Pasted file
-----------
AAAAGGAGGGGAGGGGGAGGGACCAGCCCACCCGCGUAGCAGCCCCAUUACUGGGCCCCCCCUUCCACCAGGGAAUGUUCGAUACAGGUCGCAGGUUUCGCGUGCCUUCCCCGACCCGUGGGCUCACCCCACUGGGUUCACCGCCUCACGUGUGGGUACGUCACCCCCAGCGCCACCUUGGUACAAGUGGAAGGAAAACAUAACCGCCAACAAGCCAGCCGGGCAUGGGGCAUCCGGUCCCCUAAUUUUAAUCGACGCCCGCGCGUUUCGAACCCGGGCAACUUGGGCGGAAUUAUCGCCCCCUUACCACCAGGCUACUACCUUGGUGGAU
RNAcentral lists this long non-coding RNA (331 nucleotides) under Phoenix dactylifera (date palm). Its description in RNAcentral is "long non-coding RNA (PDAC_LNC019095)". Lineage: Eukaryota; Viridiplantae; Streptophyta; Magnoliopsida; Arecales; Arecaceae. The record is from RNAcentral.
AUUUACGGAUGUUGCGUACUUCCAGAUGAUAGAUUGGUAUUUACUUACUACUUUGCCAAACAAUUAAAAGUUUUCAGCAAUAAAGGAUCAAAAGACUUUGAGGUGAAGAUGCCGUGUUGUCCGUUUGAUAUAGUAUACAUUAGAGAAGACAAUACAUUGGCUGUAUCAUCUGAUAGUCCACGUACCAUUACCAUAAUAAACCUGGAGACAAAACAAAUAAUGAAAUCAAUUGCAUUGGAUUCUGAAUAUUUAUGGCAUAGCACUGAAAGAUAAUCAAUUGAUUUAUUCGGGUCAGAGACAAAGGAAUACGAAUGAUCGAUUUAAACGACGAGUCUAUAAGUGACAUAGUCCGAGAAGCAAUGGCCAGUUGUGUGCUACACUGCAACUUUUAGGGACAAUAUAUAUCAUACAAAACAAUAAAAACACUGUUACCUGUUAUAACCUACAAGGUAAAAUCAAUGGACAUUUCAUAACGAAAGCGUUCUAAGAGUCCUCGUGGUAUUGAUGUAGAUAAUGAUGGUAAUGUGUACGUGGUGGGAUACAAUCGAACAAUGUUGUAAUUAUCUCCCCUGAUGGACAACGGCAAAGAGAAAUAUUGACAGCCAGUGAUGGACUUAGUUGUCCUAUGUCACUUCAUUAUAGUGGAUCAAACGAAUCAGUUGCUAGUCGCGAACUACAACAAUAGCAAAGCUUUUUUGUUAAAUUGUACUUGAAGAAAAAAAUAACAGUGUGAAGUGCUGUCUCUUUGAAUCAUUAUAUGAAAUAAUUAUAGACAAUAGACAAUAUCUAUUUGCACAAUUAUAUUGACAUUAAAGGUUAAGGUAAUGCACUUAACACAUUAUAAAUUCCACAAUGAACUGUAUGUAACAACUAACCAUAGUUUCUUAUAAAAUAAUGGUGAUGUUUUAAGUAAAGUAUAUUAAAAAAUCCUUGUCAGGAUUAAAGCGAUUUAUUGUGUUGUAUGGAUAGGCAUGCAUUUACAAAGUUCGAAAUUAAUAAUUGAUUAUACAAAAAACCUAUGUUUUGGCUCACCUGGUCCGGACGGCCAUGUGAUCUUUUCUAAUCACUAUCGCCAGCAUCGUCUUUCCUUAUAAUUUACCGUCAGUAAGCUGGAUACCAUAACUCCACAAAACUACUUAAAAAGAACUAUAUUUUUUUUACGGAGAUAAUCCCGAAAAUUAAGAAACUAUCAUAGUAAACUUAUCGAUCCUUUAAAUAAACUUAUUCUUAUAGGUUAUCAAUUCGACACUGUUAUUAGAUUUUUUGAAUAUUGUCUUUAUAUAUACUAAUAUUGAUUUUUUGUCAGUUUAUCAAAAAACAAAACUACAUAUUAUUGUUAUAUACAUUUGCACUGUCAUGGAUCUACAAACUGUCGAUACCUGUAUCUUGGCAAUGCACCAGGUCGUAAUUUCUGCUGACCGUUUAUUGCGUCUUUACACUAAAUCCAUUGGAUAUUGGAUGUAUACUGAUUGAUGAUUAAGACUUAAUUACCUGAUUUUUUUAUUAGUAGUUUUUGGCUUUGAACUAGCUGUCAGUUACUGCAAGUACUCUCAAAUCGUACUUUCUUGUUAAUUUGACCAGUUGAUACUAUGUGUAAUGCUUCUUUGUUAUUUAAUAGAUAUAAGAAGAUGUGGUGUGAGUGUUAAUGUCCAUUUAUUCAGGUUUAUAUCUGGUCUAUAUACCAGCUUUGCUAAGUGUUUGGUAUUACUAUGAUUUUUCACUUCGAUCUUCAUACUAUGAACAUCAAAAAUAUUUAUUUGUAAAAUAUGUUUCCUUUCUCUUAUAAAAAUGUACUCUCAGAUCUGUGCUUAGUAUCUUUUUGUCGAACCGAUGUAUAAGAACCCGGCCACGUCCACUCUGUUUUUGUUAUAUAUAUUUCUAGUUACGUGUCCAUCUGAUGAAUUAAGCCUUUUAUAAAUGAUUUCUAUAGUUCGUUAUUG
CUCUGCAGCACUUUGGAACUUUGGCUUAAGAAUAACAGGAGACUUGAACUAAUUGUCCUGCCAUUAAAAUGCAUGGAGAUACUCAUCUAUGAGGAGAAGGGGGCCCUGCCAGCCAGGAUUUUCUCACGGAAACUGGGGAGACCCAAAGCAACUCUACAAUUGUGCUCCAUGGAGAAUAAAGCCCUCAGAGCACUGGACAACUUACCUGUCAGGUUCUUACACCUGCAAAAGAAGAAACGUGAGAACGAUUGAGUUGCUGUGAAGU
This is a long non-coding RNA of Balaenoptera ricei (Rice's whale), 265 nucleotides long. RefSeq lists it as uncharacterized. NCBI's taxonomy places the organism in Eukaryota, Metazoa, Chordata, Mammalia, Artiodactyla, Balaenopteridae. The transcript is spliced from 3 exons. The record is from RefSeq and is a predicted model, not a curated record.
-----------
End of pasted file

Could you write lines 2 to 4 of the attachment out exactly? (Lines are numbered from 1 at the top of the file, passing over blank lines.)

RNAcentral lists this long non-coding RNA (331 nucleotides) under Phoenix dactylifera (date palm). Its description in RNAcentral is "long non-coding RNA (PDAC_LNC019095)". Lineage: Eukaryota; Viridiplantae; Streptophyta; Magnoliopsida; Arecales; Arecaceae. The record is from RNAcentral.
AUUUACGGAUGUUGCGUACUUCCAGAUGAUAGAUUGGUAUUUACUUACUACUUUGCCAAACAAUUAAAAGUUUUCAGCAAUAAAGGAUCAAAAGACUUUGAGGUGAAGAUGCCGUGUUGUCCGUUUGAUAUAGUAUACAUUAGAGAAGACAAUACAUUGGCUGUAUCAUCUGAUAGUCCACGUACCAUUACCAUAAUAAACCUGGAGACAAAACAAAUAAUGAAAUCAAUUGCAUUGGAUUCUGAAUAUUUAUGGCAUAGCACUGAAAGAUAAUCAAUUGAUUUAUUCGGGUCAGAGACAAAGGAAUACGAAUGAUCGAUUUAAACGACGAGUCUAUAAGUGACAUAGUCCGAGAAGCAAUGGCCAGUUGUGUGCUACACUGCAACUUUUAGGGACAAUAUAUAUCAUACAAAACAAUAAAAACACUGUUACCUGUUAUAACCUACAAGGUAAAAUCAAUGGACAUUUCAUAACGAAAGCGUUCUAAGAGUCCUCGUGGUAUUGAUGUAGAUAAUGAUGGUAAUGUGUACGUGGUGGGAUACAAUCGAACAAUGUUGUAAUUAUCUCCCCUGAUGGACAACGGCAAAGAGAAAUAUUGACAGCCAGUGAUGGACUUAGUUGUCCUAUGUCACUUCAUUAUAGUGGAUCAAACGAAUCAGUUGCUAGUCGCGAACUACAACAAUAGCAAAGCUUUUUUGUUAAAUUGUACUUGAAGAAAAAAAUAACAGUGUGAAGUGCUGUCUCUUUGAAUCAUUAUAUGAAAUAAUUAUAGACAAUAGACAAUAUCUAUUUGCACAAUUAUAUUGACAUUAAAGGUUAAGGUAAUGCACUUAACACAUUAUAAAUUCCACAAUGAACUGUAUGUAACAACUAACCAUAGUUUCUUAUAAAAUAAUGGUGAUGUUUUAAGUAAAGUAUAUUAAAAAAUCCUUGUCAGGAUUAAAGCGAUUUAUUGUGUUGUAUGGAUAGGCAUGCAUUUACAAAGUUCGAAAUUAAUAAUUGAUUAUACAAAAAACCUAUGUUUUGGCUCACCUGGUCCGGACGGCCAUGUGAUCUUUUCUAAUCACUAUCGCCAGCAUCGUCUUUCCUUAUAAUUUACCGUCAGUAAGCUGGAUACCAUAACUCCACAAAACUACUUAAAAAGAACUAUAUUUUUUUUACGGAGAUAAUCCCGAAAAUUAAGAAACUAUCAUAGUAAACUUAUCGAUCCUUUAAAUAAACUUAUUCUUAUAGGUUAUCAAUUCGACACUGUUAUUAGAUUUUUUGAAUAUUGUCUUUAUAUAUACUAAUAUUGAUUUUUUGUCAGUUUAUCAAAAAACAAAACUACAUAUUAUUGUUAUAUACAUUUGCACUGUCAUGGAUCUACAAACUGUCGAUACCUGUAUCUUGGCAAUGCACCAGGUCGUAAUUUCUGCUGACCGUUUAUUGCGUCUUUACACUAAAUCCAUUGGAUAUUGGAUGUAUACUGAUUGAUGAUUAAGACUUAAUUACCUGAUUUUUUUAUUAGUAGUUUUUGGCUUUGAACUAGCUGUCAGUUACUGCAAGUACUCUCAAAUCGUACUUUCUUGUUAAUUUGACCAGUUGAUACUAUGUGUAAUGCUUCUUUGUUAUUUAAUAGAUAUAAGAAGAUGUGGUGUGAGUGUUAAUGUCCAUUUAUUCAGGUUUAUAUCUGGUCUAUAUACCAGCUUUGCUAAGUGUUUGGUAUUACUAUGAUUUUUCACUUCGAUCUUCAUACUAUGAACAUCAAAAAUAUUUAUUUGUAAAAUAUGUUUCCUUUCUCUUAUAAAAAUGUACUCUCAGAUCUGUGCUUAGUAUCUUUUUGUCGAACCGAUGUAUAAGAACCCGGCCACGUCCACUCUGUUUUUGUUAUAUAUAUUUCUAGUUACGUGUCCAUCUGAUGAAUUAAGCCUUUUAUAAAUGAUUUCUAUAGUUCGUUAUUG
CUCUGCAGCACUUUGGAACUUUGGCUUAAGAAUAACAGGAGACUUGAACUAAUUGUCCUGCCAUUAAAAUGCAUGGAGAUACUCAUCUAUGAGGAGAAGGGGGCCCUGCCAGCCAGGAUUUUCUCACGGAAACUGGGGAGACCCAAAGCAACUCUACAAUUGUGCUCCAUGGAGAAUAAAGCCCUCAGAGCACUGGACAACUUACCUGUCAGGUUCUUACACCUGCAAAAGAAGAAACGUGAGAACGAUUGAGUUGCUGUGAAGU